THE recently released its current list of the world’s top 400 universities for the year 2012–2013. The only universities in Africa to make the list are UCT, ranked at number 113; Wits, ranked in the range 226–250; SU, ranked between the numbers 251–275; and lastly UKZN, placed in the range 351–400. According to THE, it would be unfair to give exact positions at the end of the list and therefore only a range is made available to the public.

Meanwhile, QS’s world university rankings for 2012–2013 differs in its overall scores. UCT is placed at number 154, Wits at 363, SU at 401, UP at 501 and UKZN at number 551.

This difference in rankings is not only evident when examining South African universities, as Andrew Marszal, digital education editor for The Telegraph, writes: “Two different university world rankings showed wildly variable results for UK universities [last year] – so which one should we trust?” Marszal reiterates the comments made two years earlier by Baty, saying that, “The simple truth is that there is no such thing as a definitive table.”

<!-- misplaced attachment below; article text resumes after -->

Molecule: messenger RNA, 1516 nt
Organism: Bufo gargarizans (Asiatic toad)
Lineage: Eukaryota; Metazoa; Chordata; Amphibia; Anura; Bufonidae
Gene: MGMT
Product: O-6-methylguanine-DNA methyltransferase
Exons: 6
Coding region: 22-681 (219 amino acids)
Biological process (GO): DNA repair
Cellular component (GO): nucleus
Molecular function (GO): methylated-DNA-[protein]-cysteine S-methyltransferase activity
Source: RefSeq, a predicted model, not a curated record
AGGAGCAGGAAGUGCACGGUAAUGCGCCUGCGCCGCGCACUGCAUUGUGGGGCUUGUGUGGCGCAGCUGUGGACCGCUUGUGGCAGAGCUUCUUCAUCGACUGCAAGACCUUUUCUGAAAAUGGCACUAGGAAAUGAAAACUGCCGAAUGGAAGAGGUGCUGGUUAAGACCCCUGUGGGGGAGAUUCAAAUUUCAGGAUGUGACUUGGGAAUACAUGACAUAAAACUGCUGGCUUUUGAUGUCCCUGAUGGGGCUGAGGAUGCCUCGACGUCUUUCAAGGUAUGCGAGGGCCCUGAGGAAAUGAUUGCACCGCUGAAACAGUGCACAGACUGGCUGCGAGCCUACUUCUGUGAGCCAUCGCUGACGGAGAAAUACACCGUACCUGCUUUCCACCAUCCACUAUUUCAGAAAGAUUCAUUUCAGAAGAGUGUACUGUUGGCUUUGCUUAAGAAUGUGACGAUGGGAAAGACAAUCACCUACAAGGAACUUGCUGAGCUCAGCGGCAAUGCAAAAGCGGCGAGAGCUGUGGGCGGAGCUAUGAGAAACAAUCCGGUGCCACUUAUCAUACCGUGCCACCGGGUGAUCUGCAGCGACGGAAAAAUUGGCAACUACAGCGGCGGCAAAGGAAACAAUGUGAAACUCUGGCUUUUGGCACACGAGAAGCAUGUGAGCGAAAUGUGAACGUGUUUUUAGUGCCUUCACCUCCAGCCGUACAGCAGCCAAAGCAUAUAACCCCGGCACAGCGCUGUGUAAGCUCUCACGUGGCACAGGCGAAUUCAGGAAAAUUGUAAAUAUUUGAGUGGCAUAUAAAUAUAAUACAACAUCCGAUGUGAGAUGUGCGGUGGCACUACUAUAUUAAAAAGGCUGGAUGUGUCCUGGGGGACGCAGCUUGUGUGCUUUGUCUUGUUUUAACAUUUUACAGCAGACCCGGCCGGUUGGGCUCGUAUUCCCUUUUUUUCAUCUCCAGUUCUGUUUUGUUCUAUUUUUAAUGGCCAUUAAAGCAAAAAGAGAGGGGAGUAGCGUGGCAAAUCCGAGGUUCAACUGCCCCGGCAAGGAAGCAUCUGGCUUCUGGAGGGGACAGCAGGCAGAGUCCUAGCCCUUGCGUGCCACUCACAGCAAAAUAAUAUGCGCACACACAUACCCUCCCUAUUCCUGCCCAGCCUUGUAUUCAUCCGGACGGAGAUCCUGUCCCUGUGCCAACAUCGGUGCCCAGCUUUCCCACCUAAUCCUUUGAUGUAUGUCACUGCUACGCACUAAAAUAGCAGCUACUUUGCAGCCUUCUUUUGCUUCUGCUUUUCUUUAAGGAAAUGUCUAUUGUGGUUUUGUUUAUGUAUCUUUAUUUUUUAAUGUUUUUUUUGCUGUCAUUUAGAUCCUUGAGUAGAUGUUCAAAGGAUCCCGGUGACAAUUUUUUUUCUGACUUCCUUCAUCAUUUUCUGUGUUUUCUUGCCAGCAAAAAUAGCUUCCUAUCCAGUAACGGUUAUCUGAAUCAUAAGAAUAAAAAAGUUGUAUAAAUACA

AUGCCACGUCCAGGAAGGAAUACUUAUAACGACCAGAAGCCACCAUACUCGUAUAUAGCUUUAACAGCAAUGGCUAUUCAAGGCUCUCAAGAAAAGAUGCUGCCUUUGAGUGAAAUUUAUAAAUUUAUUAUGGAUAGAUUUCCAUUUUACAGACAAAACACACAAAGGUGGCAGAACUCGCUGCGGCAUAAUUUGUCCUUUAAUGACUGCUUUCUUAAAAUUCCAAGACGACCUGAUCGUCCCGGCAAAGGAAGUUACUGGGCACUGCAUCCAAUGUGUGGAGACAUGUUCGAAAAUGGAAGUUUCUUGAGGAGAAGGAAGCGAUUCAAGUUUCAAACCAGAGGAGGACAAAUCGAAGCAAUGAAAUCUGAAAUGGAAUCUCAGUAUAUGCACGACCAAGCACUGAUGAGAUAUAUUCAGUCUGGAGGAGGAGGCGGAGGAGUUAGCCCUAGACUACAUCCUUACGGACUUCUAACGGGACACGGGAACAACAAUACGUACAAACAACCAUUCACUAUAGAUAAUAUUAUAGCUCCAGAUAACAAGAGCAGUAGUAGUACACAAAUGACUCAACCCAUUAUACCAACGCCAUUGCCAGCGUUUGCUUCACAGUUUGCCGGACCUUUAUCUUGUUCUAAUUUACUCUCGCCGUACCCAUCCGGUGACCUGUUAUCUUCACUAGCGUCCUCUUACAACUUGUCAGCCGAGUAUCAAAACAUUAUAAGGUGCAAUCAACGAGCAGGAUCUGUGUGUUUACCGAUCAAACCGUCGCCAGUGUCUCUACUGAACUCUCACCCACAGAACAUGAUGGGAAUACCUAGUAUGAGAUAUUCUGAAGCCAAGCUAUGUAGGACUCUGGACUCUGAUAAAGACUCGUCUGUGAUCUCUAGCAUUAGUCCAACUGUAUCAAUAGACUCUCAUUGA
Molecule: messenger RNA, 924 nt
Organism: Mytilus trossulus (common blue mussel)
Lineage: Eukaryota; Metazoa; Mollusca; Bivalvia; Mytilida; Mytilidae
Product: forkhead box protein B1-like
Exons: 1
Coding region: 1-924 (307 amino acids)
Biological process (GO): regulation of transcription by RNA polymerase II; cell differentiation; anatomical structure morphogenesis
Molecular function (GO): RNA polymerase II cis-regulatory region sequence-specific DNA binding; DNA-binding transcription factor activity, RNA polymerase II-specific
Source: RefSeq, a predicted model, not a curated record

“[O]ne must remember that the different ranking systems use rather different sets of indicators and no single ranking should be taken as an absolute,” adds Prof. Burton.

Furthermore, the European Commission has criticised all three of these ranking systems (and others) for allegedly “favour[ing] Anglo-Saxon higher education institutions”. A Hungarian study conducted from 2000 to 2009, eventually published in 2011, argues that these rankings place a great deal of importance on citations. This is problematic as it undermines universities that do not use English as their first or primary language. Publications and records in any other language are harder to find and are therefore disregarded.